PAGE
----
The following is a section from 13 things you should know!
How to Ensure National Security AND Create a Healthy Economy!
In a world savaged by human-induced climate catastrophes and human-enhanced natural ‘disasters,’ and in the absence of any foreign military threat to the United States, our leaders have proposed to spend our tax dollars (2009) as follows.
Total Outlays (Federal Funds): $2,650 billion
MILITARY: 54% and $1,449 billion
NON-MILITARY: 46% and $1,210 billion [source: http://www.warresisters.org/pages/piechart.htm]
The United States transformed its economy into a permanent military economy after WWII with a lion’s share of its resources committed to military spending.
Here’s the dilemma: A sane foreign policy would entail avoiding violence, rather than stirring chaos and starting wars so that the US can then intervene to end them. A peaceable United States, however, couldn’t justify an ever-growing military machine if there were no wars.
For the sake of protecting the military machine [and continue with the empire-building,] wars have become a permanent feature of world events.
As the overall size of the political economy grows, so does the need for creating more chaos and starting new wars through political deception and false-flag operations. Instead of ensuring national security and protecting the citizens, the military machine does its utmost to achieve the opposite result by endangering the country through creating wars and provoking violence throughout the world, simply to justify its own existence. Here is the classic example of “tail wagging the dog!”
What to Do!
To decrease the level of violence, the United States must undertake political and military decentralization. “Decentralization of the United States would also add to the security of other nations.” Say Herman E. Daly and John B. Cobb, Jr. in for the common good: redirecting the economy toward community, the environment, and a sustainable future.
“The United States has developed into a highly centralized society that could be virtually halted in its tracks by a few relatively small acts of sabotage. For example, the electrical grid on which the entire nation depends could be put out of commission [easily, by a determined saboteur.] A blackout would not stop the planes in the air or the tanks in the field, but the backup systems of communication, supply, and management would be disastrously disrupted. Yet defense planning pays little attention to these matters.” Say Daly and Cobb.
Aside from rare acts of sabotage, the disastrous impact of hurricane Ike on the power grid last week, which left up to 5 million people without power, should be a stark remainder and a wake-up call to how vulnerable our centralized power grid is to seasonal acts of nature, especially the natural phenomena enhanced by climate change.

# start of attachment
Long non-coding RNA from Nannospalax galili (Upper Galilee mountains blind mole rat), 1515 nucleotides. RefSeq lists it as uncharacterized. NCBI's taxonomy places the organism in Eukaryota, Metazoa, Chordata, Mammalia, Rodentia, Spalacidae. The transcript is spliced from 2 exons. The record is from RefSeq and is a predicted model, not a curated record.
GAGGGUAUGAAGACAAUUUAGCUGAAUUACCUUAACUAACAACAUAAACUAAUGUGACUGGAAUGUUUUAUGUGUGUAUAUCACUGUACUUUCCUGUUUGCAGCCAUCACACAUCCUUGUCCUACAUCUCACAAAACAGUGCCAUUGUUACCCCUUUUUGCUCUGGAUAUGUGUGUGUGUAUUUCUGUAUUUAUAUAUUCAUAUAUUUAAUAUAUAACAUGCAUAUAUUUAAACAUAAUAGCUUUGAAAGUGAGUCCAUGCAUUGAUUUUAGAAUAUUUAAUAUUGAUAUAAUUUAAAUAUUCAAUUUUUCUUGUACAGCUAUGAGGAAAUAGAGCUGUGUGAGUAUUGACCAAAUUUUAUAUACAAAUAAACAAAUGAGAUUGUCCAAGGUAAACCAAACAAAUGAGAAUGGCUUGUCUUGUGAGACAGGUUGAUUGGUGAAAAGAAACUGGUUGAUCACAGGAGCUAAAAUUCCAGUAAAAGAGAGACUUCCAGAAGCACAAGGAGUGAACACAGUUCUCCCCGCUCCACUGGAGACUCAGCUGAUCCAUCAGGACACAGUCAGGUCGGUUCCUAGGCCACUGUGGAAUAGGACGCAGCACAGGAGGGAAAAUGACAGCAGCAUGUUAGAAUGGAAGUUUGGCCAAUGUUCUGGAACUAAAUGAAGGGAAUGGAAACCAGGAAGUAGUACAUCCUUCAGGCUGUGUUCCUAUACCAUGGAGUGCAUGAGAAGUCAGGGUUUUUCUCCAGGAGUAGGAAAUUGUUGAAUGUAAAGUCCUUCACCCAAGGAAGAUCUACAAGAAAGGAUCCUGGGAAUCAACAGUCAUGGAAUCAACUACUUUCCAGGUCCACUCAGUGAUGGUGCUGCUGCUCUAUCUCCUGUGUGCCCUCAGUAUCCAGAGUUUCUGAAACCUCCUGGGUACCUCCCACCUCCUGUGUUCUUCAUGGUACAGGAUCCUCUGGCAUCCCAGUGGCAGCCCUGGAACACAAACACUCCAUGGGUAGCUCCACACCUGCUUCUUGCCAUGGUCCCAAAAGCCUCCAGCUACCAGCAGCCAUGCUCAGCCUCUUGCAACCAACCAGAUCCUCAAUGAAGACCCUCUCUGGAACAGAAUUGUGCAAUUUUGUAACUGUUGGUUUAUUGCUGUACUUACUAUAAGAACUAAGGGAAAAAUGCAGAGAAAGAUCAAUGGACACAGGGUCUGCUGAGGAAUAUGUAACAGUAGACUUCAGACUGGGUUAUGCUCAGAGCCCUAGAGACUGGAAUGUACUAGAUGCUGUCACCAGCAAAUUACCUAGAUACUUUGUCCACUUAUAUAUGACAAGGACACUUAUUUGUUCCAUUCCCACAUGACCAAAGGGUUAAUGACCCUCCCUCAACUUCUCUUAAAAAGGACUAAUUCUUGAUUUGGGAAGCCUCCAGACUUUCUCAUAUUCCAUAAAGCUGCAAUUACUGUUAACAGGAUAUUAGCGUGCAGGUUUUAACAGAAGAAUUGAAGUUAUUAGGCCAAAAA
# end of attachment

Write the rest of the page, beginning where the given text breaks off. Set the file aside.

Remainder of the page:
Why isn’t decentralization happening? Daly and Cobb identify two major obstacles: “The first is the political power of groups that profit from military spending. The second is extreme difficulty of dealing in a humane way with the rapid shift in the whole economy.”
At least one of the two obstacles could be overcome, however. “If the United States makes a clean environment, human health, and community stability its goals, alone with a commitment to becoming more self-sufficient economically, the transition from a military economy to a civilian one may be affected without enormous pain.”
The key to economic self-sufficiency is decentralized production of renewable energy. We concur with Daly and Cobb who assert, “increasing local dependence on small-scale solar plants [and wind energy] would do far more to reduce real national insecurity than additional billions [trillions] spent on bombs and submarines.”
But how does more economic self-sufficiency help national security?
“… where there is economic self-sufficiency, national security need not involve fighting wars with distant enemies. It does not require the ability to conquer external powers. It requires only the ability to resist aggression against itself. Would the federation all 50 states be a likely victim of conquest? Would these states be in danger from Mexico or Canada?”
How do we protect ourselves and stabilize our world? What would it take to fight a war of aggression waged against us?
In a stable, demilitarized world, we would need only a small civil defense force to protect us against any aggression. Kirkpatrick Sale in Human Scale says: “The long human record suggests that the problem of defense and warfare is exacerbated, not solved, by the large state, and that smaller societies … tend to engage in fighting less and less violent consequences. Indicating that a world of human scale politics would not be a world without its conflicts and disputations, but would likely be a world of comparative stability.”